I can’t imagine that anyone reading this post has not been affected by cancer in some way.
If you’d like to help future generations possibly avoid the hated C word, there’s a way we can all help.
We can help create a world with less cancer.
We can help create a world with more birthdays.
We have a chance of a lifetime – literally it will close in December and will not be back for 30 more years. The American Cancer Society is seeking to enroll 500 in Northwest Arkansas in the Cancer Prevention Study 3 during the week of Sept 17-20. (If you don’t live in NWA, you can take part in a study in your area. Click here to find out where.)
Sept 17 | Hope Cancer Resources | Springdale | 9AM-1:30PM
Sept 18 | Fayetteville Public Library | Fayetteville | 2PM – 6:30PM
Sept 19 | Mercy Family YMCA | Rogers, Village on the Creeks| 9AM-1:30PM
Sept 20 | Center for Non-Profits | Rogers | 9AM – 1:30PM
“This is our chance to give a gift to the next generation; a gift of answers – to possibly provide for our children and their children a world that is truly cancer free. But, to get there, we need people now to enroll and be part of a long term study,” said Keisha Pittman, a cancer survivor and Area Director with the American Cancer Society.
What’s involved? Registering for an appointment, filling out a survey online before you arrive, coming to an enrollment site (1 location in Fayetteville, Springdale, Rogers and Bentonville) and giving a small blood sample and answering a survey every 2 years or so over the next 20 years. Anyone age 30-65 who has never had cancer is eligible to enroll. No money, not much personal time, and the opportunity to save millions of lives.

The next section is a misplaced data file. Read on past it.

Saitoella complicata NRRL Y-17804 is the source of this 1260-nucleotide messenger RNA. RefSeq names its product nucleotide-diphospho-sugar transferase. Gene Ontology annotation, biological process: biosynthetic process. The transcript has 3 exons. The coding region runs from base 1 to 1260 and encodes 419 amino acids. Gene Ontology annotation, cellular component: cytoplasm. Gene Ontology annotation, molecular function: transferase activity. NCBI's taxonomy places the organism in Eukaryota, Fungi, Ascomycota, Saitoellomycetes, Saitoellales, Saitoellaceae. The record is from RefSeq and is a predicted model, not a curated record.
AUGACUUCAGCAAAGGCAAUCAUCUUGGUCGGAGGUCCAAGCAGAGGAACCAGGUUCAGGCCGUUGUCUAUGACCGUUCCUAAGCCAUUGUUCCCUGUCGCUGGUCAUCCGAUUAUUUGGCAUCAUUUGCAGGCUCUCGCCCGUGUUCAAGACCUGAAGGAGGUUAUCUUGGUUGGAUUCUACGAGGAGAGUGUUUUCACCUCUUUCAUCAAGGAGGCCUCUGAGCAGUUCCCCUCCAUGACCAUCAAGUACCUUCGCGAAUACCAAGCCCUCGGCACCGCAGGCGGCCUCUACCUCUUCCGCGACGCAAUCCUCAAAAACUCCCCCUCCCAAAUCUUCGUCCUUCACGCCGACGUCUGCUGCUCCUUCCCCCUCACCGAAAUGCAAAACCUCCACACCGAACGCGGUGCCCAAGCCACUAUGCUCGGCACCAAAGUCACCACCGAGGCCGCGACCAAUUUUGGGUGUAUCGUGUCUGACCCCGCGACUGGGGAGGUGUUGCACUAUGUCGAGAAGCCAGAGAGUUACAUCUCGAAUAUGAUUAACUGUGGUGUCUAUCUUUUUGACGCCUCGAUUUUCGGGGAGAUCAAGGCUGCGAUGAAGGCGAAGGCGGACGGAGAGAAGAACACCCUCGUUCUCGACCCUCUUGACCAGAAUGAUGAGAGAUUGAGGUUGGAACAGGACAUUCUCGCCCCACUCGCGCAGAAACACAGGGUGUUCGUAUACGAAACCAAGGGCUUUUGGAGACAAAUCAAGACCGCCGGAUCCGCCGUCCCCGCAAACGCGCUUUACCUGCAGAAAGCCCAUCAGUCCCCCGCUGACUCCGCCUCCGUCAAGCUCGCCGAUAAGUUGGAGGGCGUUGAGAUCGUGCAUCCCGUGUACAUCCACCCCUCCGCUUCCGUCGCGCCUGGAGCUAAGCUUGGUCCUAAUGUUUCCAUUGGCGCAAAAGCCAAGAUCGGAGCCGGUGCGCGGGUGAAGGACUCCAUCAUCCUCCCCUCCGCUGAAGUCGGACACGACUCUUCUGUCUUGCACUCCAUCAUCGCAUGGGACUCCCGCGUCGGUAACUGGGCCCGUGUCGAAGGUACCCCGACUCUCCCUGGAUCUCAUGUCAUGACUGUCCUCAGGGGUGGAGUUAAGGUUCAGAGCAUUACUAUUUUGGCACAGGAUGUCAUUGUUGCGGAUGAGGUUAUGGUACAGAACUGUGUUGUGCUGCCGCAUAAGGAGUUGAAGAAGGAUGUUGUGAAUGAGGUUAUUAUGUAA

The first study in this series was done in the 1950s and linked cancer and smoking — just 50 years ago.
Getting involved is easy. You go to www.cps3nwark.org and pick a date and time to register. Fill out the survey that comes in the mail, show up to your appointment and then wait for that survey.
“One friend recently made the comment that her 2 year old son would grow up and as a senior in college, when this study is complete, he will live in a different world that we know today and when the results are shown and proclaimed to the world, he will be able to say, ‘My mom was part of that.’ What a legacy!” Keisha said.
She added, “It’s a rare opportunity to personally be involved in a cancer research program and the special thing about this opportunity is that its all about prevention. If we can stop the disease and find out more about what causes it, we have to focus less on treating after its already manifested and more on stopping it from even happening.
“As a cancer survivor myself, I’m grateful for those who have gone before, for those who took the experimental treatment that saved my life and for those who were involved in 1971 in Cancer Prevention Study -2 and helped us find more answers to living healthier lives.”
Until there’s a cure!